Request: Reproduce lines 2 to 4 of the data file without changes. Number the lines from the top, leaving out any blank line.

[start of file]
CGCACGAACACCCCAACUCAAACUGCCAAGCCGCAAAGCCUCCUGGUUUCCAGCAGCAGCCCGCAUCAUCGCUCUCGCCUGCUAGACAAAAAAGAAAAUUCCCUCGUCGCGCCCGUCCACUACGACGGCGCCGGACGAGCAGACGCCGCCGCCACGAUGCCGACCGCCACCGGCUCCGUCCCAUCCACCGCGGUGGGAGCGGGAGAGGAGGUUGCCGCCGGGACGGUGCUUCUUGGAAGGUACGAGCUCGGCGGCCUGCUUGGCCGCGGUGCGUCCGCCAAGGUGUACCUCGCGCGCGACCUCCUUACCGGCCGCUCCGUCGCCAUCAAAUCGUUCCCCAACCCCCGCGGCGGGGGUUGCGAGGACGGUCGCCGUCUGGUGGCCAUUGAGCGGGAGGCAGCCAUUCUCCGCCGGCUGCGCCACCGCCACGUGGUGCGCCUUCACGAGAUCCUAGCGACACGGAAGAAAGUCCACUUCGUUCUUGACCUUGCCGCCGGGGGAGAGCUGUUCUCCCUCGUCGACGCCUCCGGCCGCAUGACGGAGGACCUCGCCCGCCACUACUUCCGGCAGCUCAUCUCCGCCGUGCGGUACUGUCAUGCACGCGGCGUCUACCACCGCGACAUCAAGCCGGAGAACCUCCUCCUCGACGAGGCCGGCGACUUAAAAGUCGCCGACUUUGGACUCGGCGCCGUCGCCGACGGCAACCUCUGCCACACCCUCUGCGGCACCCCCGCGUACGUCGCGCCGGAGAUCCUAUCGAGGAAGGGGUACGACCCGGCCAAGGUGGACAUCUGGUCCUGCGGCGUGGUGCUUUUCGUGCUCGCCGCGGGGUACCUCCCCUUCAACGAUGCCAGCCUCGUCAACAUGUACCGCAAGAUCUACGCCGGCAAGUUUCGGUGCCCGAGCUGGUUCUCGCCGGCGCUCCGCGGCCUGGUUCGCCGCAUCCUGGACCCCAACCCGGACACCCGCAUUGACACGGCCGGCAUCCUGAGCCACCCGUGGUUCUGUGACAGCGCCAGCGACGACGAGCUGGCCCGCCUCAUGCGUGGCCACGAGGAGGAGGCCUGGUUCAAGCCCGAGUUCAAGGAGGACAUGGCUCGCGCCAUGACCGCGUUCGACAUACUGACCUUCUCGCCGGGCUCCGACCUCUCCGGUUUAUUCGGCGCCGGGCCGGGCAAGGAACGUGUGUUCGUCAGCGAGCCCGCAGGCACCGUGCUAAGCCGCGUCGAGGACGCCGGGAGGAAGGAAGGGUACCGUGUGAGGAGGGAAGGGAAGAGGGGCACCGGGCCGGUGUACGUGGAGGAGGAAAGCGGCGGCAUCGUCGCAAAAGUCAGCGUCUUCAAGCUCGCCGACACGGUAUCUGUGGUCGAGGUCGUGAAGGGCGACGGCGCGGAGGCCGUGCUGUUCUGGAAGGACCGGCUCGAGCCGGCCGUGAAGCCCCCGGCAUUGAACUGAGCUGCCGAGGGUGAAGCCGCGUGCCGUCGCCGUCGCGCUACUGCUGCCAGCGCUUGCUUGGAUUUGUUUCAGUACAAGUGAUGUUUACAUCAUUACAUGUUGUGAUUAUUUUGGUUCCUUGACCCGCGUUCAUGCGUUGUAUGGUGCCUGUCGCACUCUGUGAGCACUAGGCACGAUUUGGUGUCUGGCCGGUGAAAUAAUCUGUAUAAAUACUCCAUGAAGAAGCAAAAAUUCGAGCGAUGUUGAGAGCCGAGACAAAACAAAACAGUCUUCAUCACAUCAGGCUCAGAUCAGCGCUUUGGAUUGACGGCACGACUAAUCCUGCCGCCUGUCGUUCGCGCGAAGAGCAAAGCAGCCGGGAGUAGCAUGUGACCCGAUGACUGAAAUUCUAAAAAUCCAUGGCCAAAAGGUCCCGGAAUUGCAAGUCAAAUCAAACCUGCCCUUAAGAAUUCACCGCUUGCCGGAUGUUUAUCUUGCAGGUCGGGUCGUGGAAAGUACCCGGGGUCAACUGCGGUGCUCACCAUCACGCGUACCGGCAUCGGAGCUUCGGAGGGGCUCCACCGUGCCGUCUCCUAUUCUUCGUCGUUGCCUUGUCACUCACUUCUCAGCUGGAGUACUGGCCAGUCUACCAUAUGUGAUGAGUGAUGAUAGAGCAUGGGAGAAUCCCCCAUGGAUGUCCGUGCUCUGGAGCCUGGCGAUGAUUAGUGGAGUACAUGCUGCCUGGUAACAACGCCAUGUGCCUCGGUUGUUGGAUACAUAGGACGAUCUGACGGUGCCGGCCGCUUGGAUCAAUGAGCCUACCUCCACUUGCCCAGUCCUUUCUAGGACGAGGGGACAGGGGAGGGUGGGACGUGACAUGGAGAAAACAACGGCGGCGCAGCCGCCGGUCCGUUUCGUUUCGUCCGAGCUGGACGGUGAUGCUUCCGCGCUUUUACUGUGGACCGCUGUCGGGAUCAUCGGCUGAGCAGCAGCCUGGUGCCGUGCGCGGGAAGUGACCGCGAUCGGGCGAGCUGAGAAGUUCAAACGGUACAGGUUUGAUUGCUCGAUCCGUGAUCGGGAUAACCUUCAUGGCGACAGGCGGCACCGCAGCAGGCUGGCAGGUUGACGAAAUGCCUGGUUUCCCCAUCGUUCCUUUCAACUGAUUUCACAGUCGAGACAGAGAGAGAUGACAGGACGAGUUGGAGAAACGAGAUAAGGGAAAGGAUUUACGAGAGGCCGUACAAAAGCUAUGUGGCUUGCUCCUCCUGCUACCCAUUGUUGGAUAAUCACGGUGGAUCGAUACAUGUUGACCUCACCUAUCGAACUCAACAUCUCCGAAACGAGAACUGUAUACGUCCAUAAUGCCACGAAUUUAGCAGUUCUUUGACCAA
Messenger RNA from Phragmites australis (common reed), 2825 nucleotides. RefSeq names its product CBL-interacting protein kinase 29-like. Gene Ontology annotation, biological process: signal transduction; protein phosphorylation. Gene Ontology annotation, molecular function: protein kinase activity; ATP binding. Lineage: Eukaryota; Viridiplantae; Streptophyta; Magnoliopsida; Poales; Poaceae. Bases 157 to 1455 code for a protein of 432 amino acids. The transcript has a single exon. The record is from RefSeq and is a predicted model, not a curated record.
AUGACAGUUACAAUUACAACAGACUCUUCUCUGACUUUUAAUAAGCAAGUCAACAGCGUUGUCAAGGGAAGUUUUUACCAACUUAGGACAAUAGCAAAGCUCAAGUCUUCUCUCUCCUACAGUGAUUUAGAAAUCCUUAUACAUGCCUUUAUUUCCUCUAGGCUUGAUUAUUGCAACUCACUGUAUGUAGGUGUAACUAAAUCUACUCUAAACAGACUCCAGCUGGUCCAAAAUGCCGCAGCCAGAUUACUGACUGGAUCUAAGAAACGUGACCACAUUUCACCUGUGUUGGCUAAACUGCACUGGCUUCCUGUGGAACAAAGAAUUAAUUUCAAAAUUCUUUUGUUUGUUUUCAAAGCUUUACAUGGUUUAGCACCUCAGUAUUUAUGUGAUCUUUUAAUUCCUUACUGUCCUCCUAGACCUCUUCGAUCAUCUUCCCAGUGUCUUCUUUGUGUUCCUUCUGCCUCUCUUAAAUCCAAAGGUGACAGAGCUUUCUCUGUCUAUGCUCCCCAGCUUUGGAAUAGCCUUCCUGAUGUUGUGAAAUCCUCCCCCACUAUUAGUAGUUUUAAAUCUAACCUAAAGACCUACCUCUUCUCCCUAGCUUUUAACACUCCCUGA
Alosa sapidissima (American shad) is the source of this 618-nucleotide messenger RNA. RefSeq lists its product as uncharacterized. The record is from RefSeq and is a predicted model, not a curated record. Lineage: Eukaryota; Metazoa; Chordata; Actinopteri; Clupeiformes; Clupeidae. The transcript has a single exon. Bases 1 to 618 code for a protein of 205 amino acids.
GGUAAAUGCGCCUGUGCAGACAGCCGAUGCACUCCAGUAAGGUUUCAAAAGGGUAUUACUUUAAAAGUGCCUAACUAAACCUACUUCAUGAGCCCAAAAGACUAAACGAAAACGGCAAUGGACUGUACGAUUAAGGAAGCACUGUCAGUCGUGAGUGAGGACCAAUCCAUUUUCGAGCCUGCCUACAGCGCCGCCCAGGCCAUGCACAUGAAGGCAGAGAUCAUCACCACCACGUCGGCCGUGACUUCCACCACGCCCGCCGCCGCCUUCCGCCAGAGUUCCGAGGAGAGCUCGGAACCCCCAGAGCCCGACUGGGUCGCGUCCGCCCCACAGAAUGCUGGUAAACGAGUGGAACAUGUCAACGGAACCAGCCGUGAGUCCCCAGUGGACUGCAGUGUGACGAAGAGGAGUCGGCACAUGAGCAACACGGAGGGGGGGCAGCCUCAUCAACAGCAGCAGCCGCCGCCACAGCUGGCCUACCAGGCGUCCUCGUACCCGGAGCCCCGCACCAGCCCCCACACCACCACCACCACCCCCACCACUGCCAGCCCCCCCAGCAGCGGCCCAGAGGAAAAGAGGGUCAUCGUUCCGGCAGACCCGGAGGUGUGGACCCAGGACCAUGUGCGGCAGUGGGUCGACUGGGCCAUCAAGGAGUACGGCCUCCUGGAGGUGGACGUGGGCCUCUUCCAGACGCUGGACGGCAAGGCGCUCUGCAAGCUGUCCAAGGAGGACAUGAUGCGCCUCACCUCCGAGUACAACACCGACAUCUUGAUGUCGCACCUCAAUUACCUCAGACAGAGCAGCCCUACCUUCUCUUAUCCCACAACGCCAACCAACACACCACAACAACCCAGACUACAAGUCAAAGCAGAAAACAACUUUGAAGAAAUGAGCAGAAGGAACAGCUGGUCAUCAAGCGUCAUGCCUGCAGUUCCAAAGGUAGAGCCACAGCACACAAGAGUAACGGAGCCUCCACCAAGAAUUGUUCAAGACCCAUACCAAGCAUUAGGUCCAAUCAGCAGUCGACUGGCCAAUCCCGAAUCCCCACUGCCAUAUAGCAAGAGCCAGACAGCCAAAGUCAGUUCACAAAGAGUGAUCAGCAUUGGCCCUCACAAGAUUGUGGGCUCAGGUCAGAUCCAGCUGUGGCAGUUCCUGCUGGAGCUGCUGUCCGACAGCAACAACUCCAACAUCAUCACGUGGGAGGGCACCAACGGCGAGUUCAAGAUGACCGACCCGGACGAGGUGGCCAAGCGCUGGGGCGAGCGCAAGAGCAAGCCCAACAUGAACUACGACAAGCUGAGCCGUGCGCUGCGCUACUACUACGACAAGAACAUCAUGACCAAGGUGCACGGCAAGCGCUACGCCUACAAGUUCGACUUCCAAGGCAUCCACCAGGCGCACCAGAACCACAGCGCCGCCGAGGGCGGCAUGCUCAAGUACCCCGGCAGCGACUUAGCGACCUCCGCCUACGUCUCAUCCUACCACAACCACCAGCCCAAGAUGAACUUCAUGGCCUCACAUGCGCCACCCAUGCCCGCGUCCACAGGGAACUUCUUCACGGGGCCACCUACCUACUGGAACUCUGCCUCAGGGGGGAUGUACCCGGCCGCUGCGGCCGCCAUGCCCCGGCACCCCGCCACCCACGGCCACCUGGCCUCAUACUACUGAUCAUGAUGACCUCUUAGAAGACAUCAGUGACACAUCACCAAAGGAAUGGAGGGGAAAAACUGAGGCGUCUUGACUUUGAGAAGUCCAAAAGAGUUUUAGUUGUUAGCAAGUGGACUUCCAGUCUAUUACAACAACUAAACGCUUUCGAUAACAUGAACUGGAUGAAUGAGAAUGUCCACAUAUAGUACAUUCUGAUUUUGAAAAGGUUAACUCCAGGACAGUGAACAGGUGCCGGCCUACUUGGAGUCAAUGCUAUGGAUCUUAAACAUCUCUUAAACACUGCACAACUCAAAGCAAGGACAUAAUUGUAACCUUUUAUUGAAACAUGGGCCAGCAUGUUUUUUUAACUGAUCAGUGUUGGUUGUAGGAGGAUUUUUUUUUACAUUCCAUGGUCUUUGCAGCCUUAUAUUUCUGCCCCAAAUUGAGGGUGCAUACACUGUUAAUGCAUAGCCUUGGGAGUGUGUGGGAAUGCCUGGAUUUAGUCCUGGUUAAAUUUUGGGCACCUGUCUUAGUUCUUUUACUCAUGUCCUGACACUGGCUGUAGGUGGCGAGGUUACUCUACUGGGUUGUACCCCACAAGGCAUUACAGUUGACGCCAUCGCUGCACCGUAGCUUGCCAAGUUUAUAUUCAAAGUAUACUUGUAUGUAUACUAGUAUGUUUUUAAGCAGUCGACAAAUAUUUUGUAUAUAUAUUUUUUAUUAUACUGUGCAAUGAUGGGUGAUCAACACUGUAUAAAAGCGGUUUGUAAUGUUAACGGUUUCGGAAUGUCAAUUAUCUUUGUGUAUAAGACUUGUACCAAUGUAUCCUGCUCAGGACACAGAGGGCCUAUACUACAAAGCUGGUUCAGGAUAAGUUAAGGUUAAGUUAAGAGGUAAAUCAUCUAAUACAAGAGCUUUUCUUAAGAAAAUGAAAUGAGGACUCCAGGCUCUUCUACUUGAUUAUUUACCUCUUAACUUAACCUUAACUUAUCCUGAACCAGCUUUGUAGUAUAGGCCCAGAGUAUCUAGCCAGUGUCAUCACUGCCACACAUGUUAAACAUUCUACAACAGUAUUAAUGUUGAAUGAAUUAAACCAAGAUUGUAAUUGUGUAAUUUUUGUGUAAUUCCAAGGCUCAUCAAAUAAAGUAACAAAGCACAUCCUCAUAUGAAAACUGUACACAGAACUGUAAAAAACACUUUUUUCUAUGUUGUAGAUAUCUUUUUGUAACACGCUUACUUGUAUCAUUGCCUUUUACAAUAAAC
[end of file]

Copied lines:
Messenger RNA from Phragmites australis (common reed), 2825 nucleotides. RefSeq names its product CBL-interacting protein kinase 29-like. Gene Ontology annotation, biological process: signal transduction; protein phosphorylation. Gene Ontology annotation, molecular function: protein kinase activity; ATP binding. Lineage: Eukaryota; Viridiplantae; Streptophyta; Magnoliopsida; Poales; Poaceae. Bases 157 to 1455 code for a protein of 432 amino acids. The transcript has a single exon. The record is from RefSeq and is a predicted model, not a curated record.
AUGACAGUUACAAUUACAACAGACUCUUCUCUGACUUUUAAUAAGCAAGUCAACAGCGUUGUCAAGGGAAGUUUUUACCAACUUAGGACAAUAGCAAAGCUCAAGUCUUCUCUCUCCUACAGUGAUUUAGAAAUCCUUAUACAUGCCUUUAUUUCCUCUAGGCUUGAUUAUUGCAACUCACUGUAUGUAGGUGUAACUAAAUCUACUCUAAACAGACUCCAGCUGGUCCAAAAUGCCGCAGCCAGAUUACUGACUGGAUCUAAGAAACGUGACCACAUUUCACCUGUGUUGGCUAAACUGCACUGGCUUCCUGUGGAACAAAGAAUUAAUUUCAAAAUUCUUUUGUUUGUUUUCAAAGCUUUACAUGGUUUAGCACCUCAGUAUUUAUGUGAUCUUUUAAUUCCUUACUGUCCUCCUAGACCUCUUCGAUCAUCUUCCCAGUGUCUUCUUUGUGUUCCUUCUGCCUCUCUUAAAUCCAAAGGUGACAGAGCUUUCUCUGUCUAUGCUCCCCAGCUUUGGAAUAGCCUUCCUGAUGUUGUGAAAUCCUCCCCCACUAUUAGUAGUUUUAAAUCUAACCUAAAGACCUACCUCUUCUCCCUAGCUUUUAACACUCCCUGA
Alosa sapidissima (American shad) is the source of this 618-nucleotide messenger RNA. RefSeq lists its product as uncharacterized. The record is from RefSeq and is a predicted model, not a curated record. Lineage: Eukaryota; Metazoa; Chordata; Actinopteri; Clupeiformes; Clupeidae. The transcript has a single exon. Bases 1 to 618 code for a protein of 205 amino acids.